The mere fact that we’re learning of the allegations from some random squid blog rather than from the publication of an arrest warrant (or, better yet, an actual arrest) tells you all that you need to know: this has nothing whatsoever to do with crime and justice. What it actually has to do with should be obvious, but is best left as an exercise for the reader to discern.
I’ve been reading a bit about Mormon theology for my book, and that theology is not only plenty weird, but a major part of it has been decisively disproven by modern genetics, archaeology, and linguistics. (One of my theories, which is mine, is that the closer in time to the present day a theology arose, the weirder it looks. Really, Mormon theology is no weirder than Christian or Hindu theology, and Scientology seems ridiculous largely because we were alive when it was made up.)
An important part of Mormon theology is the contention that the ancestors of Native Americans were in fact Israelites who migrated to the Americas from the Middle East about 2,600 years ago in the form of two tribes: the Nephites and the Lamanites. About a millennium later, their descendants had a big war, with the Lamanites wiping out every Nephite but one. That survivor was Moroni…
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I thought it was a good time to re-visit this video after this ridiculous week.
This is a wonderful tool to use to deter helping sites that don’t deserve traffic boosts
Be sure to check the update at the very end of the article.
I’ve written many times about how skeptics need to take care when linking to bad information that we intend to rebut. Because links are used by search engines to measure the importance of content, linking to a piece of pseudoscience or misinformation (in the process of rebutting or debunking it) might actually have the effect of making it more visible to others. That’s not desirable. I would even say it is unethical to increase the visibility of such content, insofar as it has the potential to cause harm.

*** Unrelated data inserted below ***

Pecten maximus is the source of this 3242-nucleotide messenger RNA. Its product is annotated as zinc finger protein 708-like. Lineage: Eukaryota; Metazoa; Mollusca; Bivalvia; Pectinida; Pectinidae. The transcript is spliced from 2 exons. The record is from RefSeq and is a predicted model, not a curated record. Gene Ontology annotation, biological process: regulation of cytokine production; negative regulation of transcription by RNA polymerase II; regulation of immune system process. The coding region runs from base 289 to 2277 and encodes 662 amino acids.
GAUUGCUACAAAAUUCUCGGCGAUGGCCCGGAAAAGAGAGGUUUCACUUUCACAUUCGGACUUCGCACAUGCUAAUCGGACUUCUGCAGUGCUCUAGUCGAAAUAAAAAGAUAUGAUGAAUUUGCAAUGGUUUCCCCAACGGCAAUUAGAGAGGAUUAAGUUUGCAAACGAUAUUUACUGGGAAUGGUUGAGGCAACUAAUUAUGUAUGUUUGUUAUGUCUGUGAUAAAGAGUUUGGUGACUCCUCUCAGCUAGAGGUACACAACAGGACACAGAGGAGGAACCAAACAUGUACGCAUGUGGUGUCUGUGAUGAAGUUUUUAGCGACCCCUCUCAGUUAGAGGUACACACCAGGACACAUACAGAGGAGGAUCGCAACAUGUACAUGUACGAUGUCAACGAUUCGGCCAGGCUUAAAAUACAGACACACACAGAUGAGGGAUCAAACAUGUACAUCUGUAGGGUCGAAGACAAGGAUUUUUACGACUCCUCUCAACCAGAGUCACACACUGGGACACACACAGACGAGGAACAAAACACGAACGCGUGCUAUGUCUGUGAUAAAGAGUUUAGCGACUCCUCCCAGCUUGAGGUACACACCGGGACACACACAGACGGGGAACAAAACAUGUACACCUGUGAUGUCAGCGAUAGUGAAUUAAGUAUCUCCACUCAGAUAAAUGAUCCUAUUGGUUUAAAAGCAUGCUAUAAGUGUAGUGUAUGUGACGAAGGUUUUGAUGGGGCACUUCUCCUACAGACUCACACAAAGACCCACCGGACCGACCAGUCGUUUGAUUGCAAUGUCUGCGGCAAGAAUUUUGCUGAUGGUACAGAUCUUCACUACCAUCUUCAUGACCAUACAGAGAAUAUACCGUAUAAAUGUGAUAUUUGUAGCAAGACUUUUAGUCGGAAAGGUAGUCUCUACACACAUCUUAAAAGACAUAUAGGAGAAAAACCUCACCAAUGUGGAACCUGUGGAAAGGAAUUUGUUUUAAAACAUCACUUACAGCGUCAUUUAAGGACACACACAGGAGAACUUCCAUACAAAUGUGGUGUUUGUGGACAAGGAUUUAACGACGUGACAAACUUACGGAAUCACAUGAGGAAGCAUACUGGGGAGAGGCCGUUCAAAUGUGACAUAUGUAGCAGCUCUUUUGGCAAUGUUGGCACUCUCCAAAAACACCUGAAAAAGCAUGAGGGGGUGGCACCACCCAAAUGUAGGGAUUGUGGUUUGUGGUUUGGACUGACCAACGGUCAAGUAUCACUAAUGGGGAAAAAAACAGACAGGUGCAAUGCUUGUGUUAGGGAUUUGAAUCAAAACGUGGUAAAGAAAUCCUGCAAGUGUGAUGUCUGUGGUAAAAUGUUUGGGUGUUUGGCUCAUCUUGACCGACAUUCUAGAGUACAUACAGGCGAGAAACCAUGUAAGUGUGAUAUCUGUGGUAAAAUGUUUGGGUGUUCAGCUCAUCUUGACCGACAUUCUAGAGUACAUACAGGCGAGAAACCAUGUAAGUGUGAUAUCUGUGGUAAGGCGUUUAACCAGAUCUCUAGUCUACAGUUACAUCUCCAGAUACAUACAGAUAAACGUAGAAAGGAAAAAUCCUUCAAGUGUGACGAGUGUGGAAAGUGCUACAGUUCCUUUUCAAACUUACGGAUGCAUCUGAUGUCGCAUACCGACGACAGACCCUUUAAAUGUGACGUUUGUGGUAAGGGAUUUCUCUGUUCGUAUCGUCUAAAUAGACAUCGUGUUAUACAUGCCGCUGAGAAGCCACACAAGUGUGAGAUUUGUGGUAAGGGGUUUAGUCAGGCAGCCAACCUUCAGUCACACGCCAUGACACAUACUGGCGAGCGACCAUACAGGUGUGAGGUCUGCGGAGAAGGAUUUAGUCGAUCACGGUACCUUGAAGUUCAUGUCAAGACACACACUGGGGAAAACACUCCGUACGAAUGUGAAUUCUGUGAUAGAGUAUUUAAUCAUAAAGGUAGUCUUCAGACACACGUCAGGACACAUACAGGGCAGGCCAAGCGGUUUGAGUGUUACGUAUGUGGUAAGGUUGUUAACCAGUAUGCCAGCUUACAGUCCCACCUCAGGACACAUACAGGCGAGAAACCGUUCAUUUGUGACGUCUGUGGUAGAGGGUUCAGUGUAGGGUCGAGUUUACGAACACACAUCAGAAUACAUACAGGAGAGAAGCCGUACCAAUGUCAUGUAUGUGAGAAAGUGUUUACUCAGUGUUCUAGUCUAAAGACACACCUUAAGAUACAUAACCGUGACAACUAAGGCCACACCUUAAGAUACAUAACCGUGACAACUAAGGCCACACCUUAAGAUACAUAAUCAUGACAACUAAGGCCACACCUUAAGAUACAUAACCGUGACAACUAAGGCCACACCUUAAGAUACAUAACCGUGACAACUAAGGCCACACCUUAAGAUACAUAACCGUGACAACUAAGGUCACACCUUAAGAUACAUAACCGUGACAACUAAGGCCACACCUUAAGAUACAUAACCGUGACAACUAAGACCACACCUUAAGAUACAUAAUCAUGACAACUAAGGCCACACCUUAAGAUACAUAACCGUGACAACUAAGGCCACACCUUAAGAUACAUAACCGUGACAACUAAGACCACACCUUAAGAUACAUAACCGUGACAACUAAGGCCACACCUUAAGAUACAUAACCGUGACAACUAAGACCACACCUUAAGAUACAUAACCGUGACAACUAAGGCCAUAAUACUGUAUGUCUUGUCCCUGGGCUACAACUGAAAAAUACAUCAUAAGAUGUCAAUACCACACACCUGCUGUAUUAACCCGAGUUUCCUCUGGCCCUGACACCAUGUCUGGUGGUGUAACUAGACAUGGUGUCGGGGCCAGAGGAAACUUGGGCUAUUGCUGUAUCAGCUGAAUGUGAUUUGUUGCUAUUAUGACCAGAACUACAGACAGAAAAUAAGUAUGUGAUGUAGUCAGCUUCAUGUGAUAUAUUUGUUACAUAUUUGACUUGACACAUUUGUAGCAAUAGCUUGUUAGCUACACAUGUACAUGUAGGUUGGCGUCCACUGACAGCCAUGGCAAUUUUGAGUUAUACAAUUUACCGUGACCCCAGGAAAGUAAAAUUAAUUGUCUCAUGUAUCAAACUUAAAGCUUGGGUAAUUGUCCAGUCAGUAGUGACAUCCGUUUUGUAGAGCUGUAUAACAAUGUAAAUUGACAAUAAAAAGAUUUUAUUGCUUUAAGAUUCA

If you doubt my thesis, read this New York Times article. It tells the story of how negative reviews of a particular business actually had the effect of catapulting that business to the top of the relevant search result, thereby bringing it more customers. Talk about a skeptic…
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I was abused by people that use the Block Bot. I then get listed as an abuser on the Block Bot.
Readers of this blog know that I have experience dealing with trolls and spammers on social media. One of the most popular posts on this blog is my how-to guide to preemptively blocking spammers using various Twitter clients (which is sadly in need of updating). I’ve also written on how to report suspicious emails.
Most notably, I’ve successfully helped get one user who personally threatened hundreds of people (including me) arrested by the police in Montreal – not once, but twice. (That case is still ongoing, and I may still have work ahead of me – including potentially testifying for the court case).
Back in the heyday of that person’s serial Twitter spamming, some of us would literally receive hundreds of tweets in a row from this man. Usually his account would be disabled, but he’d return with another one within minutes. Even simply hitting the block button to…